Arkansas Turfgrass – Mike Richardson, Eric De Boer, and Thomas Walton – University of Arkansas
Last winter (2019-20) was a very mild one for the Natural State. In Fayetteville, our daily high and low temperatures were consistently above the 30-year average and, more importantly, we only had a handful of days when the temperature dropped into the teens and no days where we were in the single digits (Figure 1). However, don’t let one nice, mild winter lull you into thinking that you should not be doing everything you can to prepare for the winter ahead. This is especially true for golf course superintendents that are using warm-season grasses such as ultradwarf bermudagrasses on their greens.
Winterkill has been an ongoing challenge over my 20+ years of doing research in Arkansas and there are still no “magic bullets” or “super grasses” that will solve all of your problems. Although we usually think about those super low temperatures as being the main culprit, winterkill can also be the result of winter desiccation or low-temperature diseases such as spring dead spot. We have conducted countless field trials associated with winterkill at the UofA-Fayetteville over the past twenty years and have investigated everything from cultivars to fertility programs to various winter over-seeding approaches to the use of plant growth regulators (PGRs), wetting agents, fungicides, and protective covers. What have we learned? You should use the best available genetics, apply proper fertility, utilize PGRs, and possibly apply wetting agents, fungicides, and covers!! ALL of the tools in your toolbox should be in play when preparing for the dark days and cold nights of winter. Another factor that is always an issue when winterkill shows up is the overall health of the turf going into the winter. Remember, any area that has been weakened by shade, poor drainage, traffic, compaction, weed competition, herbicide injury, etc., is likely going to be an area that could be damaged by a hard winter.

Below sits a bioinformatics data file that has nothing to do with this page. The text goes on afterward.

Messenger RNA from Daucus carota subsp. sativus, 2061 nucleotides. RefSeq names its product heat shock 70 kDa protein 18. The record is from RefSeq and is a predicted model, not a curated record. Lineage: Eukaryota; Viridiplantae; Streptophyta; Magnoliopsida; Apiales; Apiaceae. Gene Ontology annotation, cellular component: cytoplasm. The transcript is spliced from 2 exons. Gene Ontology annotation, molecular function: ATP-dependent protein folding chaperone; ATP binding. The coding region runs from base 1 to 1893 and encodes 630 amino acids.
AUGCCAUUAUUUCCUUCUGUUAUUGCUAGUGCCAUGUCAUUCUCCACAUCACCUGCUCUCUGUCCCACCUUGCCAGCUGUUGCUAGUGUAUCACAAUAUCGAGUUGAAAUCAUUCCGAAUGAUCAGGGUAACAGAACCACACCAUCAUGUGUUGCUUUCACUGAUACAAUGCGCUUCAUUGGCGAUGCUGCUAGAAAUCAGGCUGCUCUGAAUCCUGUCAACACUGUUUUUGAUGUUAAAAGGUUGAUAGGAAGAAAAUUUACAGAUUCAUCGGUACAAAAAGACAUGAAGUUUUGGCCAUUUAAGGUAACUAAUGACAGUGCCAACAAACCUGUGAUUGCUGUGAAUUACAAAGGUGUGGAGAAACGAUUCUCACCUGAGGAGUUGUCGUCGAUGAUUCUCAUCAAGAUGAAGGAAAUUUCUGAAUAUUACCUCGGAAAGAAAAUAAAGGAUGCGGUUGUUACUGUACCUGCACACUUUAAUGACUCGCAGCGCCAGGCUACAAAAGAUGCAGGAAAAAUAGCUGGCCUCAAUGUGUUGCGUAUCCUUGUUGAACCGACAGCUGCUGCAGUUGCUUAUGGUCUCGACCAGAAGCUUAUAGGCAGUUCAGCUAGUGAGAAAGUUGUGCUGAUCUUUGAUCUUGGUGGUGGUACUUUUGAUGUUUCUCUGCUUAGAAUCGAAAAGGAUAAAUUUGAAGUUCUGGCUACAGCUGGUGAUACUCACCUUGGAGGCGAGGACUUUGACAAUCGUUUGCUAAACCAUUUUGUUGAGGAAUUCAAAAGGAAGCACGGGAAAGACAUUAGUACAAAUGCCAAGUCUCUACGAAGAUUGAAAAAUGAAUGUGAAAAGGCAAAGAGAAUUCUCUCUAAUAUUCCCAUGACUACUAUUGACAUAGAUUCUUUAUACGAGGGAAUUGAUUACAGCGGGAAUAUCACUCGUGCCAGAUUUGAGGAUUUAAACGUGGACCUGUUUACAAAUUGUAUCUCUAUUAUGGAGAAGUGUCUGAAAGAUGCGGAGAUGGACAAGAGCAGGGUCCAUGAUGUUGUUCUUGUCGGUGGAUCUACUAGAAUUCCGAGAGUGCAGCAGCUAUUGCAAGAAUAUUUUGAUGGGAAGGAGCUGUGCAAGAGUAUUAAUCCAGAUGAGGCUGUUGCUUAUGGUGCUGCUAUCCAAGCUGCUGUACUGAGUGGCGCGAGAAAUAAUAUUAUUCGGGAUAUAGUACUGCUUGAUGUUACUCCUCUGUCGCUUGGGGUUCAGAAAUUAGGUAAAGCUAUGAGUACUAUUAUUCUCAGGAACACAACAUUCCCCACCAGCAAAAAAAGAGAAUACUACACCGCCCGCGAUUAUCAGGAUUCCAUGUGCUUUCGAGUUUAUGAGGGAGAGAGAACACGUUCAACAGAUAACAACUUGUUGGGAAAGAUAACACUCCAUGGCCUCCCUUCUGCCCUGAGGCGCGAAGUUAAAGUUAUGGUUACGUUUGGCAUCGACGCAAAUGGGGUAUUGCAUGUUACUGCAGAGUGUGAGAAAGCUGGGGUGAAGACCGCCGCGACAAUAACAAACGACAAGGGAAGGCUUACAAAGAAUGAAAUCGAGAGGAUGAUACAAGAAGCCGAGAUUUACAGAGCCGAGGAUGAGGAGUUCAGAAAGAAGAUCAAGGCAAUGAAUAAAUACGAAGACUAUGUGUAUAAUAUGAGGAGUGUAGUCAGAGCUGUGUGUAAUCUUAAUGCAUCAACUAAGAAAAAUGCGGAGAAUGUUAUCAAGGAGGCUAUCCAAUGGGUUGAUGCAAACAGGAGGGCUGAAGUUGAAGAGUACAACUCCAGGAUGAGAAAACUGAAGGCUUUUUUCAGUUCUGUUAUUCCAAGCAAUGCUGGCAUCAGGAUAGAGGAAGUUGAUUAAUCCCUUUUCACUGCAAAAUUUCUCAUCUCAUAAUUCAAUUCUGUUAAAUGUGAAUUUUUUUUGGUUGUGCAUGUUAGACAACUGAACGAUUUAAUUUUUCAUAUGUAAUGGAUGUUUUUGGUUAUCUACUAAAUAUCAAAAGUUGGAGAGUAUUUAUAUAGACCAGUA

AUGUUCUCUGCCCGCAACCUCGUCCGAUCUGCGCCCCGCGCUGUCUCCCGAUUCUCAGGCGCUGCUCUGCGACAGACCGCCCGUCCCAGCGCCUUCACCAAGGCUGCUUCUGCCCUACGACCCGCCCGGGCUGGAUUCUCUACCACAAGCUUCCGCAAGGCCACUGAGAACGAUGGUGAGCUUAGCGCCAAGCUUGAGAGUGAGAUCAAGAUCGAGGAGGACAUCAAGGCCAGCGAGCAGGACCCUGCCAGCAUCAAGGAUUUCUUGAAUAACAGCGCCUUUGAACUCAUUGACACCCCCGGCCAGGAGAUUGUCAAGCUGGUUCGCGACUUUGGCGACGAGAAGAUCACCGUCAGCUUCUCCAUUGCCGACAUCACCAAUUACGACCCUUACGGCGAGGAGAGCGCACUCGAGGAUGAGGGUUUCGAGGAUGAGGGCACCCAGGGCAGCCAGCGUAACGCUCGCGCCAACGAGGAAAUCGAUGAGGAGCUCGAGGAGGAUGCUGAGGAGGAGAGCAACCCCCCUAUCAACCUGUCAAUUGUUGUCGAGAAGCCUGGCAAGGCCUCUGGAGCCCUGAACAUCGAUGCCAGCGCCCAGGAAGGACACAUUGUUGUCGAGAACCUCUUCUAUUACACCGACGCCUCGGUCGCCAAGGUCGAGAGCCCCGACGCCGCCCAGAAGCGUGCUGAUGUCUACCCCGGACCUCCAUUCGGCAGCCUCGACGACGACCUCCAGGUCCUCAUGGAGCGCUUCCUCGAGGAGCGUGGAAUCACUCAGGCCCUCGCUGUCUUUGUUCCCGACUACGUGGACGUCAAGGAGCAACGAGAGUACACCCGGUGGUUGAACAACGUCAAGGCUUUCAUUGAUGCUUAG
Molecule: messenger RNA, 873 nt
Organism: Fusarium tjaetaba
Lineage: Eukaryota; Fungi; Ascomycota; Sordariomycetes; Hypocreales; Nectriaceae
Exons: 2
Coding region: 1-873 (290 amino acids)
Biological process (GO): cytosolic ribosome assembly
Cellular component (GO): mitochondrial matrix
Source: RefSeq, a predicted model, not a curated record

Genetics are always a great place to start when thinking about avoiding winterkill. The development of cold-tolerant bermudagrass cultivars really ramped up back in the 80s and 90s and was led by the turfgrass breeders at Oklahoma State University, including Dr. Charles Taliaferro and now Dr. Yanqi Wu. Some of their landmark bermudagrass cultivars that have really “moved the needle” in terms of cold tolerance include early vegetative cultivars like Patriot and seeded cultivars like Riviera and Yukon. In recent years, a number of new hybrids such as Latitude 36, Northbridge, and Tahoma 31 have shown even more promise for protection against winterkill. The Arkansas Razorbacks installed ‘Tahoma 31’ bermudagrass in Reynolds Razorback Stadium in 2019 and that selection was primarily based on its superior cold tolerance. The Razorbacks have also converted most of Baum Stadium to ‘Latitude 36’ over the past 5-6 years. Over that time period, issues with winterkill have been almost non-existent with these new grasses. Although more energy has been focused on developing cold-tolerant bermudagrasses than other species, there are also some exciting new developments on the horizon for traditional lawn grasses like St. Augustinegrass.